Polio (also known as polio) is a highly contagious polio symptoms disease caused by a virus that attacks the nervous system. Children under 5 are more likely to contract HIVE than any other group. According to the World Health Organization (WHO), one of the 200 types of polio will result in permanent paralysis. However, the disease has largely been irradiated through the development of a vaccine against polio symptoms. The latest survey conducted by the WHO in 2010, has reported 1,352 cases of polio worldwide. (WHO)
Thanks to the polio vaccine, the United States has not had a reported case of polio since 1979. However, Afghanistan, Pakistan and Nigeria still have frequent outbreaks. Polio types. There are three types of polio infections: Substantial: polio symptoms approximately 95 percent of polio cases are substantial, and patients may not have any symptoms. Polio thus not affect the central nervous system (brain and spinal cord). No paralytic: This form, which affects the central nervous system, produces only mild symptoms and causes paralysis.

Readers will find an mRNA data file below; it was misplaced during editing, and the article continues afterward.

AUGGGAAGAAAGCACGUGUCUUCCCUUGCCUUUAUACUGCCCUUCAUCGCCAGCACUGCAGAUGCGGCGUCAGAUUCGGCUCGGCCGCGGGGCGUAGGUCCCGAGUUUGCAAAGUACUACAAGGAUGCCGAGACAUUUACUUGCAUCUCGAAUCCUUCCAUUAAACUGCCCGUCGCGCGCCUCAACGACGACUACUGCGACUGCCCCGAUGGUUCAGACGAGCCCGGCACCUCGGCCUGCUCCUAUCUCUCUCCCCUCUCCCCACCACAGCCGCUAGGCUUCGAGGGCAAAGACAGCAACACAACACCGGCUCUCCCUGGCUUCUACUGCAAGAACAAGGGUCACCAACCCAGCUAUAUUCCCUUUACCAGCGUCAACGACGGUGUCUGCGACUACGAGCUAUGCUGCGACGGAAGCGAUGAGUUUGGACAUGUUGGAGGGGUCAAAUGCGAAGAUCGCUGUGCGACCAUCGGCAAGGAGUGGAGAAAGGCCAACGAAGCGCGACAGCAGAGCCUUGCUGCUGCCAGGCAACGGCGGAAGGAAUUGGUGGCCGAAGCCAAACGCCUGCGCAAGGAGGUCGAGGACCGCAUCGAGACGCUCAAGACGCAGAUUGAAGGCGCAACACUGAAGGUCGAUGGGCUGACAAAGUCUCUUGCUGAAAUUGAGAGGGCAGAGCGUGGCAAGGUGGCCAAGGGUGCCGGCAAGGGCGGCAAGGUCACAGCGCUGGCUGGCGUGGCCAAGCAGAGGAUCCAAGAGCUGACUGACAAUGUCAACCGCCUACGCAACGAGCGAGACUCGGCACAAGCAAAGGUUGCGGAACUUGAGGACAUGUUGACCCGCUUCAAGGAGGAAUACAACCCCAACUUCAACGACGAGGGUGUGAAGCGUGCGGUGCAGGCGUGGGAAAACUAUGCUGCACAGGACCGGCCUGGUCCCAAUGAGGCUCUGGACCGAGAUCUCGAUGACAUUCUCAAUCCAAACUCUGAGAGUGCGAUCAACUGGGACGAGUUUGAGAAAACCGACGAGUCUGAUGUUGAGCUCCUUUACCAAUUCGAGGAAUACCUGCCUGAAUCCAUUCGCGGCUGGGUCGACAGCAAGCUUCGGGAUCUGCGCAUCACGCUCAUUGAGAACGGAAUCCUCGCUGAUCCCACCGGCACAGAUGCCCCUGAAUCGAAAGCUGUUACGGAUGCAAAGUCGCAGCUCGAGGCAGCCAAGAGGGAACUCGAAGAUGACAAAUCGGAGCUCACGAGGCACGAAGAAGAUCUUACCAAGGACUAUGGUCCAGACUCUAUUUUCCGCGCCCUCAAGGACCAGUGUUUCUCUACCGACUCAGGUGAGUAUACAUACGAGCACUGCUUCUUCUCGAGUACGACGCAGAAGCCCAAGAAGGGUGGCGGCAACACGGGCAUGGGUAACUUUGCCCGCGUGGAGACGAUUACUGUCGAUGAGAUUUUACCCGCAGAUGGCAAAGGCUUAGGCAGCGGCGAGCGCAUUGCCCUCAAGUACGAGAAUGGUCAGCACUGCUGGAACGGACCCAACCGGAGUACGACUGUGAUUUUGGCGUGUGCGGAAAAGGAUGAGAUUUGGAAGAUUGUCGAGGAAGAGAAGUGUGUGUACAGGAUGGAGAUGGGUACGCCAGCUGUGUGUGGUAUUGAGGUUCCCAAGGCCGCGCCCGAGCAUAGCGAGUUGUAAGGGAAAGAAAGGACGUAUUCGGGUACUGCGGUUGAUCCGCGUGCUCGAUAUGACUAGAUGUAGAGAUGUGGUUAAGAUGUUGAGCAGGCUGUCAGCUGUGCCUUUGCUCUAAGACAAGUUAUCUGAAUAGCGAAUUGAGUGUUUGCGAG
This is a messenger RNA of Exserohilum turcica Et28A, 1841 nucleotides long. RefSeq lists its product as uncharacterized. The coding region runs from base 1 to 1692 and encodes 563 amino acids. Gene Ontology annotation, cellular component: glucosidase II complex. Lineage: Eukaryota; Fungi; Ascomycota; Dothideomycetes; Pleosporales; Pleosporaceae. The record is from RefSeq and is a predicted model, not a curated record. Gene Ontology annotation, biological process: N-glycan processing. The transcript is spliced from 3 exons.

Paralytic polio symptoms. This is the rarest and most severe form of polio, which produces a total or partial paralysis of the patient. There are three types of spinal polio paralytic polio (affects the spine), bulbar poliomyelitis (affects brain stem) and ballpoints poliomyelitis (affects the spine and the brain stem). The post polio syndrome is a complication that can occur after a person has caught and released on oblivious. Symptoms of the syndrome may occur up to polio symptoms 35 years after the polio infection.